Unlike Freud, Jung believed that the dynamic unconscious was not just the seat of sexual and aggressive instincts and repressed wishes. Through his work with the word association test, the study of myths and fairy tales, and of fantasy products of psychotic patients, Jung reached the conclusion that there was a layer of the unconscious which contains images, patterns of behavior and modes of perception accessible to the whole of the human race (and to the animal world, as well). He named these specific patterns of perception and behavior which crystallize in consciousness in the form of symbols archetypes (the word archetypos was used by Plato for his ideas and Jung knew this as was pointed out by Barnes ). Jung and suggested that archetypes were “empty and purely formal” (, p. 79, par. 155) “a possibility of representation given a priori” (, p. 79, par. 155). Further on, Jung stressed that “the representations themselves are not inherited” (, p. 79, par. 155). In this sense, Jung believed that the archetype-as-such is unknowable and “irrepresentable” (, p. 213, par. 417); rather, it affects consciousness mainly from its “ability to organize images and ideas” (, p. 231, par. 440). In Jung’s view, the archetype “can be named and has an invariable nucleus of meaning—but always only in principle” (, p. 80, par. 155). Anything we say about the archetype remains a visualization which is made possible by the current state of consciousness at a given moment. Archetypes for Jung are numinous (that is, highly emotionally charged) and are associated with strong affective responses. Furthermore, the archetype was thought by Jung to have a “psychoid nature” (, p. 215, par. 419), which he described as follows: ”the archetype describes a field which exhibits none of the peculiarities of the physiological and yet, in the last analysis, can no longer be regarded as psychic, although it manifests itself psychically” (, p. 215, par. 420). In other words, as conceptualized by Jung, archetypes-as-such while being universal are unknowable or unconscious, but can have a profound impact on consciousness and the life of the individual. They do not belong just to the psychic sphere and seem to be given a priori as a possibility or as a form without content.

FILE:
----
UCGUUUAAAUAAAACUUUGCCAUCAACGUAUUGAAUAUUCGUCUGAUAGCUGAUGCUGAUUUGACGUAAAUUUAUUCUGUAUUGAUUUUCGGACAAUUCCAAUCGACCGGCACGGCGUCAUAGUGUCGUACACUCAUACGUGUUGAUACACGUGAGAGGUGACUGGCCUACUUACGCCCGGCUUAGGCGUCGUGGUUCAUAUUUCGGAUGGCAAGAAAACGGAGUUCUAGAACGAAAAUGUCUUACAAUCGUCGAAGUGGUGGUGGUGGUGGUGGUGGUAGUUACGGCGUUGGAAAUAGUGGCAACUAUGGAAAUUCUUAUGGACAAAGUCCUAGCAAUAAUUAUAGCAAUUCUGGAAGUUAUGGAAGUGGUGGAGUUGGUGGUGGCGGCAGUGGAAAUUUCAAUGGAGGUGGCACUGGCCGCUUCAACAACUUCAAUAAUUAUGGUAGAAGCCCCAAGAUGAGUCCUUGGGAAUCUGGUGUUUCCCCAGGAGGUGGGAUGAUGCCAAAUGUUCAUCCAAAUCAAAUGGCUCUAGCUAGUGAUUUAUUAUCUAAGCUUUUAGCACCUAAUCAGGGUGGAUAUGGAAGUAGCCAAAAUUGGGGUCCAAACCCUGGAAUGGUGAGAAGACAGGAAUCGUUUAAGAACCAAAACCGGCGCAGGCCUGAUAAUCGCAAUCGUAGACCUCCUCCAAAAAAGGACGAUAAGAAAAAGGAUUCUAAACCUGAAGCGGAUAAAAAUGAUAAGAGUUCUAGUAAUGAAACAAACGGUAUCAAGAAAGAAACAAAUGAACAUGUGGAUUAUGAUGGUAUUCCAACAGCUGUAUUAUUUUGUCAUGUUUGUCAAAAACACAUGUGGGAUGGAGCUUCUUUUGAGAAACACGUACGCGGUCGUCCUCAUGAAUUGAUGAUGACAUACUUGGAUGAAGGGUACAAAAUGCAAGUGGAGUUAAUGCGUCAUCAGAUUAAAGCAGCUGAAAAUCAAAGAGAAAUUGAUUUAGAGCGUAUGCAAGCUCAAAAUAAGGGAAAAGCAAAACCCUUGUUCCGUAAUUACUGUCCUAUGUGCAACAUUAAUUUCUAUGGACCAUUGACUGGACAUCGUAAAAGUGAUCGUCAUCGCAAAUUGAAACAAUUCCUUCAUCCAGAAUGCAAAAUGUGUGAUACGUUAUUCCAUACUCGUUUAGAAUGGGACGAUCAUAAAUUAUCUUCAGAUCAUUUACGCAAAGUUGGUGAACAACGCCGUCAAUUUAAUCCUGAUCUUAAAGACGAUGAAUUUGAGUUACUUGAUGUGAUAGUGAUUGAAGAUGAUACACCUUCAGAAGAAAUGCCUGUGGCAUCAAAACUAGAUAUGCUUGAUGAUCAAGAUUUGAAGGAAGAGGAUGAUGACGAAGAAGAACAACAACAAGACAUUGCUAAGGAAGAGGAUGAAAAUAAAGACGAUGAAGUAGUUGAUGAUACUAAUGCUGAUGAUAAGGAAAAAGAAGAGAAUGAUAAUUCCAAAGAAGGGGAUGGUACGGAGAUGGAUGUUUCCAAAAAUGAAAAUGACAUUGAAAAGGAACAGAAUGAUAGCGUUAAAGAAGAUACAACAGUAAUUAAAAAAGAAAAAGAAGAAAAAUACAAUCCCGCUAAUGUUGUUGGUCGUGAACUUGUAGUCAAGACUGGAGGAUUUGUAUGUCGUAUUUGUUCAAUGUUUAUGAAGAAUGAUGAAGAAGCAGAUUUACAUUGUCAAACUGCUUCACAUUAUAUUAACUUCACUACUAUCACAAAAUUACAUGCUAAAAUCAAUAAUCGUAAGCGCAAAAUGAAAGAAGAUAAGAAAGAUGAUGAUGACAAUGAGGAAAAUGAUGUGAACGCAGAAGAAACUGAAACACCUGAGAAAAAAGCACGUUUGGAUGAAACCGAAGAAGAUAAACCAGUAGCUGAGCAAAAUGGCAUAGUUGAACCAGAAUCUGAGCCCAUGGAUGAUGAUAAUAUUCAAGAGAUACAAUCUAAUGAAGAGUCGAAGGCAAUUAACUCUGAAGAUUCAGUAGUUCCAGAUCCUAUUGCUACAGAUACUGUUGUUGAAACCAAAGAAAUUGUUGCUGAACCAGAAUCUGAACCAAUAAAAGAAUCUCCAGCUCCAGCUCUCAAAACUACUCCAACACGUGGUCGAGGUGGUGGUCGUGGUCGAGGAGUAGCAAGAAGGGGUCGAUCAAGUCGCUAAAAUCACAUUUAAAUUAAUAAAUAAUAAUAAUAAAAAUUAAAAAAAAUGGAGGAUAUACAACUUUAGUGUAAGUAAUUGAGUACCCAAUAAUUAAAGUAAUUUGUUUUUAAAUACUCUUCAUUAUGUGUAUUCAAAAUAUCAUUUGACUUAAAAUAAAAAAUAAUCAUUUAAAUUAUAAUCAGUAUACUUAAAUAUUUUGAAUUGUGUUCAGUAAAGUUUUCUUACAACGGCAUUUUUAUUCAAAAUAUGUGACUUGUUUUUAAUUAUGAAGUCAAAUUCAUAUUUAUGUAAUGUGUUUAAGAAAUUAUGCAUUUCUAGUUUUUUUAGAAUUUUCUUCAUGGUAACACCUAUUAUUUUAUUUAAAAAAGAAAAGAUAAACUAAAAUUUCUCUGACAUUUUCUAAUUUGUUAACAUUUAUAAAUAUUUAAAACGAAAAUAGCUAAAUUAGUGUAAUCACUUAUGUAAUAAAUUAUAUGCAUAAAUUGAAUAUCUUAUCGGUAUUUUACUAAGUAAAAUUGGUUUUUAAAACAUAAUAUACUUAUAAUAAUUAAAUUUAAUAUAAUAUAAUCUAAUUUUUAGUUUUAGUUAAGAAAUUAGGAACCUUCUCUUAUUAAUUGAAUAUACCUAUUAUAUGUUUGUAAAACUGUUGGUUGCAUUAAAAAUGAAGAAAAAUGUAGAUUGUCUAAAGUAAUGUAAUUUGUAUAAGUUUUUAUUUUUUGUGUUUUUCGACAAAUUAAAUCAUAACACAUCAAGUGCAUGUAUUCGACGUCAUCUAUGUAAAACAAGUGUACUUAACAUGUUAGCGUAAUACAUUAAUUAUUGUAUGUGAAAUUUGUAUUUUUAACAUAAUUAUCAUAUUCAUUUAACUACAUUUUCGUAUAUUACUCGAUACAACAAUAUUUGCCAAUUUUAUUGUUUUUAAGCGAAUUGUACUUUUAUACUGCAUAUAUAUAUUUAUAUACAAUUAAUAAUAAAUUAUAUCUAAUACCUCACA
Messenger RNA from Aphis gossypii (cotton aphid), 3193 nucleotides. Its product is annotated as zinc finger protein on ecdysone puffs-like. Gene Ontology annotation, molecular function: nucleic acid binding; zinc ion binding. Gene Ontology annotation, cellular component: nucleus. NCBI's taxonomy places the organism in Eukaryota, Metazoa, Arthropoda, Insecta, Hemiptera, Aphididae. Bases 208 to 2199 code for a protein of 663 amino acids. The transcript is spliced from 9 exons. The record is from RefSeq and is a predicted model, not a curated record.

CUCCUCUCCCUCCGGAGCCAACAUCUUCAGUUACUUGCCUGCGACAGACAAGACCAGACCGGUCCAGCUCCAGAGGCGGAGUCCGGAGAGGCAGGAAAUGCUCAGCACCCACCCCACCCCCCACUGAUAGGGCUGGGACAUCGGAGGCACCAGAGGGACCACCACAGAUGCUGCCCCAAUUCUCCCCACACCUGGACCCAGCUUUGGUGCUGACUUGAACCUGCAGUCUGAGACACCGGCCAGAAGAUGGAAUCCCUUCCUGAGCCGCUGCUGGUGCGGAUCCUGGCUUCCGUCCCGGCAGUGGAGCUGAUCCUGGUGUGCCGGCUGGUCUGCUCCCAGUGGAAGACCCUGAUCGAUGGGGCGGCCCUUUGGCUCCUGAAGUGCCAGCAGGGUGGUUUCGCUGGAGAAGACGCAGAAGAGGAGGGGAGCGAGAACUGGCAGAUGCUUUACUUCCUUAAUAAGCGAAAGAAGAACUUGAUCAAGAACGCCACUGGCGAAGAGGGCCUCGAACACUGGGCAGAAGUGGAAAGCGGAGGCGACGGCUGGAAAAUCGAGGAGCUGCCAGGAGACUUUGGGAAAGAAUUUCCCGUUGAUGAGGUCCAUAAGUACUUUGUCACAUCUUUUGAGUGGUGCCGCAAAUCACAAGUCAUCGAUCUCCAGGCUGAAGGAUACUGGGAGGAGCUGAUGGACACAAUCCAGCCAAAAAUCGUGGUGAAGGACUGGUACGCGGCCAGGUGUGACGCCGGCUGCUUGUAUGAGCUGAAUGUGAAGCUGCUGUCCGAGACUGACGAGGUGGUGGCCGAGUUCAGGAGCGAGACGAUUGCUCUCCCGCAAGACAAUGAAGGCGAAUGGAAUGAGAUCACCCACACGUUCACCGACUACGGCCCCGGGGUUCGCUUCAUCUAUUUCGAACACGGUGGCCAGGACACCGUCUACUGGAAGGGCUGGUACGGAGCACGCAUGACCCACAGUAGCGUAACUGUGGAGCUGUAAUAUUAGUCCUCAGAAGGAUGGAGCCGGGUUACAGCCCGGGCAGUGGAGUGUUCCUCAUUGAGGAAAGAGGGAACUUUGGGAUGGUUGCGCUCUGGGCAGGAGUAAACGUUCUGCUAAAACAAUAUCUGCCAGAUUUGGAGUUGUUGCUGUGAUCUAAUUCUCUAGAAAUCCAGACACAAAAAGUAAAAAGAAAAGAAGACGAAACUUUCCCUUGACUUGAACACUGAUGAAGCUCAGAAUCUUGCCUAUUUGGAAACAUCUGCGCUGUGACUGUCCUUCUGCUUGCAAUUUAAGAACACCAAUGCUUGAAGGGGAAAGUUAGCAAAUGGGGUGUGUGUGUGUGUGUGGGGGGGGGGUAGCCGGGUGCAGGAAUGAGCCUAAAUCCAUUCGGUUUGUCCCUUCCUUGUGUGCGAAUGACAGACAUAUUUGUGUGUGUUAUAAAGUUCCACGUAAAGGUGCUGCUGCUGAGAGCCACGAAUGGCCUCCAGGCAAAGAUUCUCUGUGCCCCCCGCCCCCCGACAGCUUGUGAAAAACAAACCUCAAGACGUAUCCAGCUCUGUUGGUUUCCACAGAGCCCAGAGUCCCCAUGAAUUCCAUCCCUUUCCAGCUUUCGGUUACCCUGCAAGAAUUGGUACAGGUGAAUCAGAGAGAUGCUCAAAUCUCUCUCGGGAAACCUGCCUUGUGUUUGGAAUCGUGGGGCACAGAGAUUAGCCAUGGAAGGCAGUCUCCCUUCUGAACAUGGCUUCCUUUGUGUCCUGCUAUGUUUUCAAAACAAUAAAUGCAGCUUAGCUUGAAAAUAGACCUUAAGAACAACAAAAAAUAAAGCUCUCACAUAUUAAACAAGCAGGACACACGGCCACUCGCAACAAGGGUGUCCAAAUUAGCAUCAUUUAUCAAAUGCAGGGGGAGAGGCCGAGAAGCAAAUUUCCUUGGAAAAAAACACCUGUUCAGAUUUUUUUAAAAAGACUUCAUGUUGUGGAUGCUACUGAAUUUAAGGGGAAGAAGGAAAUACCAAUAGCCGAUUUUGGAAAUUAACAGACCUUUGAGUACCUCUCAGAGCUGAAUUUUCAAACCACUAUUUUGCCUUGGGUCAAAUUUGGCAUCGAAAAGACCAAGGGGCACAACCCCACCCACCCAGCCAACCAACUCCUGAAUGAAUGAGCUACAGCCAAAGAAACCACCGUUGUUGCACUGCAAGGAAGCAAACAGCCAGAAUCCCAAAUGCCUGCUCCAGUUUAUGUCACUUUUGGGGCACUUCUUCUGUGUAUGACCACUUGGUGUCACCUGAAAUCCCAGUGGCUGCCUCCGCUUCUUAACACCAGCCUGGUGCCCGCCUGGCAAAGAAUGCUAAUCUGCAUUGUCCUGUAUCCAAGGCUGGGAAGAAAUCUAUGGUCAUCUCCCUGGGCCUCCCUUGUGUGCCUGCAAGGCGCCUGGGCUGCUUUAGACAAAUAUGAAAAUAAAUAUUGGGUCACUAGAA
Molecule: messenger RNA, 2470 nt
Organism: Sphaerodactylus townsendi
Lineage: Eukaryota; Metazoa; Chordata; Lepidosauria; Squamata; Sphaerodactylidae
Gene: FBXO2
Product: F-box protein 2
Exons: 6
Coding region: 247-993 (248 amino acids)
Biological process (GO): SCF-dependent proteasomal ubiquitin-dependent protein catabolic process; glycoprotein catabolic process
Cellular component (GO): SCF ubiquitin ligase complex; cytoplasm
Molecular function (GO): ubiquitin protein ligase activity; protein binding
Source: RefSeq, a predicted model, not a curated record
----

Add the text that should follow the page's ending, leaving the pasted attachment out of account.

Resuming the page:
It has been noted that Jung’s account of archetypes is multifaceted. For example, Roesler  pointed out that we can speak of at least four different definitions of the archetype in Jung’s writing. The first is a biological definition, according to which the archetype was considered as an inborn pattern of perception and behavior. The second definition is an empirical-statistical one based on Jung’s work with the word association test, according to which the archetype is the nucleus of the categories of complexes noted by him in different individuals. A third definition views archetypes as transcending any particular time, place or individual and whose real nature can never become conscious. Finally, there is a cultural-psychological understanding of the archetype which differentiates between the archetype-as-such and its concrete manifestations which are culturally determined . Although depending on the theoretical orientation there can be significant overlap between these definitions, the research reported here investigates primarily the first, biological, definition of the archetype but it is also compatible with the third definition.